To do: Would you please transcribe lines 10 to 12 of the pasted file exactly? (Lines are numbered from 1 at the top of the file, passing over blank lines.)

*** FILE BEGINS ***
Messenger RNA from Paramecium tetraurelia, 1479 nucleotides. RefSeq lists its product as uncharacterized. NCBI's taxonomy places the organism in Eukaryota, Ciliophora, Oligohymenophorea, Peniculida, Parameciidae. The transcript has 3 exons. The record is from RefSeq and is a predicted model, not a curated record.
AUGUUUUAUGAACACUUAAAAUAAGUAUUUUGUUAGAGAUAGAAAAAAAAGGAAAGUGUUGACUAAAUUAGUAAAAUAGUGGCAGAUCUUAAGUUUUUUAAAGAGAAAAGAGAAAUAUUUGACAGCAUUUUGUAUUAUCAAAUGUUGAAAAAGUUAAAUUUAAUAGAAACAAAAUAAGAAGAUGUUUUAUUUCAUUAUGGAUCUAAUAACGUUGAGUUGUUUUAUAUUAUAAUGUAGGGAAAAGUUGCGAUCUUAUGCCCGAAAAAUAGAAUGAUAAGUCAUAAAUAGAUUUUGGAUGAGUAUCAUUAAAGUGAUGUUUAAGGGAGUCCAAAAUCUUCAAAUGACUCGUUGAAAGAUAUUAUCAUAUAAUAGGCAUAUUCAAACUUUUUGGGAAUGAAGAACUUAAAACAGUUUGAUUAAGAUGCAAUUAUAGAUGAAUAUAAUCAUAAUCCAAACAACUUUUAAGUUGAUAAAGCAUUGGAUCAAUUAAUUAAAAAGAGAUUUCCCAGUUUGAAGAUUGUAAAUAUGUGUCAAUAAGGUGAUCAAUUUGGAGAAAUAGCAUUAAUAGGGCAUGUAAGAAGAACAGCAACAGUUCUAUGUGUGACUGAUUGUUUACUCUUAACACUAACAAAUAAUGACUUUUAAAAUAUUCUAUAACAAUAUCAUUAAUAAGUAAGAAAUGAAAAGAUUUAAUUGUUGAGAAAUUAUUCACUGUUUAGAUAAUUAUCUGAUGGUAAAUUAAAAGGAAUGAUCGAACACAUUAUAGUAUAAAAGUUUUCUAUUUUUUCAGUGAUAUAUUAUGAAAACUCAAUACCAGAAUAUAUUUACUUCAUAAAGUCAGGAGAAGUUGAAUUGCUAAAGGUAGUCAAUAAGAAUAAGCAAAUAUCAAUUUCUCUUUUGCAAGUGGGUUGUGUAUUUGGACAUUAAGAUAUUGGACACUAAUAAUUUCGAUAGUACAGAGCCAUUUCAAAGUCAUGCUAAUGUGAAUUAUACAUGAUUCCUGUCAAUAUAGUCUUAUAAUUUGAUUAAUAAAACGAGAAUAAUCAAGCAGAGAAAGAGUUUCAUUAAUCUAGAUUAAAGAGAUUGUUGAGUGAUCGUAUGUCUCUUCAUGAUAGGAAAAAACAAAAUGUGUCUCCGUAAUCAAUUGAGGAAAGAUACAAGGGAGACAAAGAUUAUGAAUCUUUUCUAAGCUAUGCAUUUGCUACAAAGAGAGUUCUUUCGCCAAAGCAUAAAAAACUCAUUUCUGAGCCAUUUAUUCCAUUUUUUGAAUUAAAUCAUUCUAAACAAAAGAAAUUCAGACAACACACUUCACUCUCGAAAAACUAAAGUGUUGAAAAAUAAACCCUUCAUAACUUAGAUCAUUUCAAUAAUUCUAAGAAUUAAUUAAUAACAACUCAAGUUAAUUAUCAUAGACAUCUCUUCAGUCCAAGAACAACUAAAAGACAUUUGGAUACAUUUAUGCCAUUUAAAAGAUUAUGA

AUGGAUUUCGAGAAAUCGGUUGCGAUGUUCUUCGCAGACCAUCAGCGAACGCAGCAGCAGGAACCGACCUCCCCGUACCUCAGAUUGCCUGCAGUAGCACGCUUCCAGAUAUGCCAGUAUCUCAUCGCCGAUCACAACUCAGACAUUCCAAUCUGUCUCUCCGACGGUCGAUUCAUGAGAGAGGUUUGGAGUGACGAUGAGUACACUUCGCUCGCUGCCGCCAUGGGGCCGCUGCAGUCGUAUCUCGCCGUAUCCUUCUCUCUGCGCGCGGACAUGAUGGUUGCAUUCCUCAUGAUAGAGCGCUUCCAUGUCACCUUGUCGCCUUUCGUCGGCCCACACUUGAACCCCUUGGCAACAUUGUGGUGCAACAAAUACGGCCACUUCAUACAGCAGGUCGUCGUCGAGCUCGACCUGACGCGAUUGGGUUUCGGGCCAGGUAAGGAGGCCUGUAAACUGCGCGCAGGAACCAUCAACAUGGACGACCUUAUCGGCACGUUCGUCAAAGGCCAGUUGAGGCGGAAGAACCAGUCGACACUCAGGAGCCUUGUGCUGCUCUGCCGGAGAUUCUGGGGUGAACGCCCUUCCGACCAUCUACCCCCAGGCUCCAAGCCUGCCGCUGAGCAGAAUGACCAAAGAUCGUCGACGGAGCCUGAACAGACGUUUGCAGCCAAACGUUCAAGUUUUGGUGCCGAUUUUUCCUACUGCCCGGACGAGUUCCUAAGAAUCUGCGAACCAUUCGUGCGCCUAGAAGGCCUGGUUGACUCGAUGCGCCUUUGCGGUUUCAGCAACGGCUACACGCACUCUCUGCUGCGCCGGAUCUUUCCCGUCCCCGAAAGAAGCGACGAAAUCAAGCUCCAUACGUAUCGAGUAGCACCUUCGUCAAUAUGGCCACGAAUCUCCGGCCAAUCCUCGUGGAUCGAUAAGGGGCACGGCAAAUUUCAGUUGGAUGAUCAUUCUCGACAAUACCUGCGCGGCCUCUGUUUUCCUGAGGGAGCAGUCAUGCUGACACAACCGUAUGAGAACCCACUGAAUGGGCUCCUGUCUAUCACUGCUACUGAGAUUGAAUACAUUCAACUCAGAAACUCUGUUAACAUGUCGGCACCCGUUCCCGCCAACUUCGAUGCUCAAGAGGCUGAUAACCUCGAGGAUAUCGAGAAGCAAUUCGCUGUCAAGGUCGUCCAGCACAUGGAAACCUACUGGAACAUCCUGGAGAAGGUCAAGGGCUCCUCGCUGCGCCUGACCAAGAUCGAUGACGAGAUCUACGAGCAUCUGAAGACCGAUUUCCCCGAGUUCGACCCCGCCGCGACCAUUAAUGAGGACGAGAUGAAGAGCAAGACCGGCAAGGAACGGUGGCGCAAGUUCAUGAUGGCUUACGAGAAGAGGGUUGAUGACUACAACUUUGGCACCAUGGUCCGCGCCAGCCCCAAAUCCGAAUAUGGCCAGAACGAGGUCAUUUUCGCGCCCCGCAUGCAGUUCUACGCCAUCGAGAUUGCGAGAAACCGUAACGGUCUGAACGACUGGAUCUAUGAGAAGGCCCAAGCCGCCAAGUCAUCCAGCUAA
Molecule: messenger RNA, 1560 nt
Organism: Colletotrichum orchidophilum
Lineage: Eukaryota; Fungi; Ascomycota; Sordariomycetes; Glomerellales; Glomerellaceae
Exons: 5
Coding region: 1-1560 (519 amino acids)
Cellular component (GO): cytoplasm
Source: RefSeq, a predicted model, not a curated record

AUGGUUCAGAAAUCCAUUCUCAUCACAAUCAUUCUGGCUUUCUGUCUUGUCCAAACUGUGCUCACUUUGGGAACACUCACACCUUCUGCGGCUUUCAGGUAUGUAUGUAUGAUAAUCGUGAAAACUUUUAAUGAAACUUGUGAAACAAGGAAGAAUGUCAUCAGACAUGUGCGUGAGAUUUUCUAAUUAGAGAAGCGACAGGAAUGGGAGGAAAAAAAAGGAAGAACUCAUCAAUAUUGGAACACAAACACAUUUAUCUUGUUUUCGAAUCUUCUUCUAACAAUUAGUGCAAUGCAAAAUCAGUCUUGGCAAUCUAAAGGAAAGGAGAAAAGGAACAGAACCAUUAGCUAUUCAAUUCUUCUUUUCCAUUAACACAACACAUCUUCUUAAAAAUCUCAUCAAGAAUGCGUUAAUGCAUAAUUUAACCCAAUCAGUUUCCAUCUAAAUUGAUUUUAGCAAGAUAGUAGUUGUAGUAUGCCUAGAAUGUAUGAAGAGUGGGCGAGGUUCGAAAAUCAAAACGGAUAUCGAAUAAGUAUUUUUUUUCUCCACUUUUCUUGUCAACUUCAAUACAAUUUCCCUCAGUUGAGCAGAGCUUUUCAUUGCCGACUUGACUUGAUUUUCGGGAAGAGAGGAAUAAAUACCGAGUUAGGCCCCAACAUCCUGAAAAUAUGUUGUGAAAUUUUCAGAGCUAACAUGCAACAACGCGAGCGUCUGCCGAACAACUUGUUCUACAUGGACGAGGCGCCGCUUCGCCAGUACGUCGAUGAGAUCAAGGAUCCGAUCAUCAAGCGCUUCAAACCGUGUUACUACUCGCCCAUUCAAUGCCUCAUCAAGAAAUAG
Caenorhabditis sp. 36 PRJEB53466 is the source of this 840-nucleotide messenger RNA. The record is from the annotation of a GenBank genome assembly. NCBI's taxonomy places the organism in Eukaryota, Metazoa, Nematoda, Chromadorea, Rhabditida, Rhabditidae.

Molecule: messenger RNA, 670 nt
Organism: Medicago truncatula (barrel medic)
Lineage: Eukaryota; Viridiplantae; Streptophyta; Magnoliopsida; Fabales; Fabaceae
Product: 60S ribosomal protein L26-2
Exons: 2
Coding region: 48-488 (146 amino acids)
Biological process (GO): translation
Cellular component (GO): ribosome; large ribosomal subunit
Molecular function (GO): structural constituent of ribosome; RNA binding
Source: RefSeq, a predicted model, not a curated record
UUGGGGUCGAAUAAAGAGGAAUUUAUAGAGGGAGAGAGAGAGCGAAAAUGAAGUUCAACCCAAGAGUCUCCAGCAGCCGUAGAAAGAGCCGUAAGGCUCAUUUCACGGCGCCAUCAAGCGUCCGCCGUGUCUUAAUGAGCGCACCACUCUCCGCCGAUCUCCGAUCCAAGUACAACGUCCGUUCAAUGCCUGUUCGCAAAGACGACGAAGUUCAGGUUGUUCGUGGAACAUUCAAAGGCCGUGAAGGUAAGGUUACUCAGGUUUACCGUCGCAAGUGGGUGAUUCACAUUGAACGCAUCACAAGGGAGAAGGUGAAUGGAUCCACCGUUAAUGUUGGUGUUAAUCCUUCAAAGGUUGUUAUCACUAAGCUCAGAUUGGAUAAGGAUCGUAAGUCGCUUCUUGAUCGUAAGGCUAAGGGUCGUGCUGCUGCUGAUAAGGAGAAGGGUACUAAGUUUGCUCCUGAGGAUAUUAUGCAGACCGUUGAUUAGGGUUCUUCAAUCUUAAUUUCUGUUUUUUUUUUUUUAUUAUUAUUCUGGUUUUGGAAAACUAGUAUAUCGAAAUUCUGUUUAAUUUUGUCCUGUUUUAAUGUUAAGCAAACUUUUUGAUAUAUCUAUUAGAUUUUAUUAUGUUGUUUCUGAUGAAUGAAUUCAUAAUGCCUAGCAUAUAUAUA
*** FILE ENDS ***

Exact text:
Source: RefSeq, a predicted model, not a curated record

AUGGUUCAGAAAUCCAUUCUCAUCACAAUCAUUCUGGCUUUCUGUCUUGUCCAAACUGUGCUCACUUUGGGAACACUCACACCUUCUGCGGCUUUCAGGUAUGUAUGUAUGAUAAUCGUGAAAACUUUUAAUGAAACUUGUGAAACAAGGAAGAAUGUCAUCAGACAUGUGCGUGAGAUUUUCUAAUUAGAGAAGCGACAGGAAUGGGAGGAAAAAAAAGGAAGAACUCAUCAAUAUUGGAACACAAACACAUUUAUCUUGUUUUCGAAUCUUCUUCUAACAAUUAGUGCAAUGCAAAAUCAGUCUUGGCAAUCUAAAGGAAAGGAGAAAAGGAACAGAACCAUUAGCUAUUCAAUUCUUCUUUUCCAUUAACACAACACAUCUUCUUAAAAAUCUCAUCAAGAAUGCGUUAAUGCAUAAUUUAACCCAAUCAGUUUCCAUCUAAAUUGAUUUUAGCAAGAUAGUAGUUGUAGUAUGCCUAGAAUGUAUGAAGAGUGGGCGAGGUUCGAAAAUCAAAACGGAUAUCGAAUAAGUAUUUUUUUUCUCCACUUUUCUUGUCAACUUCAAUACAAUUUCCCUCAGUUGAGCAGAGCUUUUCAUUGCCGACUUGACUUGAUUUUCGGGAAGAGAGGAAUAAAUACCGAGUUAGGCCCCAACAUCCUGAAAAUAUGUUGUGAAAUUUUCAGAGCUAACAUGCAACAACGCGAGCGUCUGCCGAACAACUUGUUCUACAUGGACGAGGCGCCGCUUCGCCAGUACGUCGAUGAGAUCAAGGAUCCGAUCAUCAAGCGCUUCAAACCGUGUUACUACUCGCCCAUUCAAUGCCUCAUCAAGAAAUAG
Caenorhabditis sp. 36 PRJEB53466 is the source of this 840-nucleotide messenger RNA. The record is from the annotation of a GenBank genome assembly. NCBI's taxonomy places the organism in Eukaryota, Metazoa, Nematoda, Chromadorea, Rhabditida, Rhabditidae.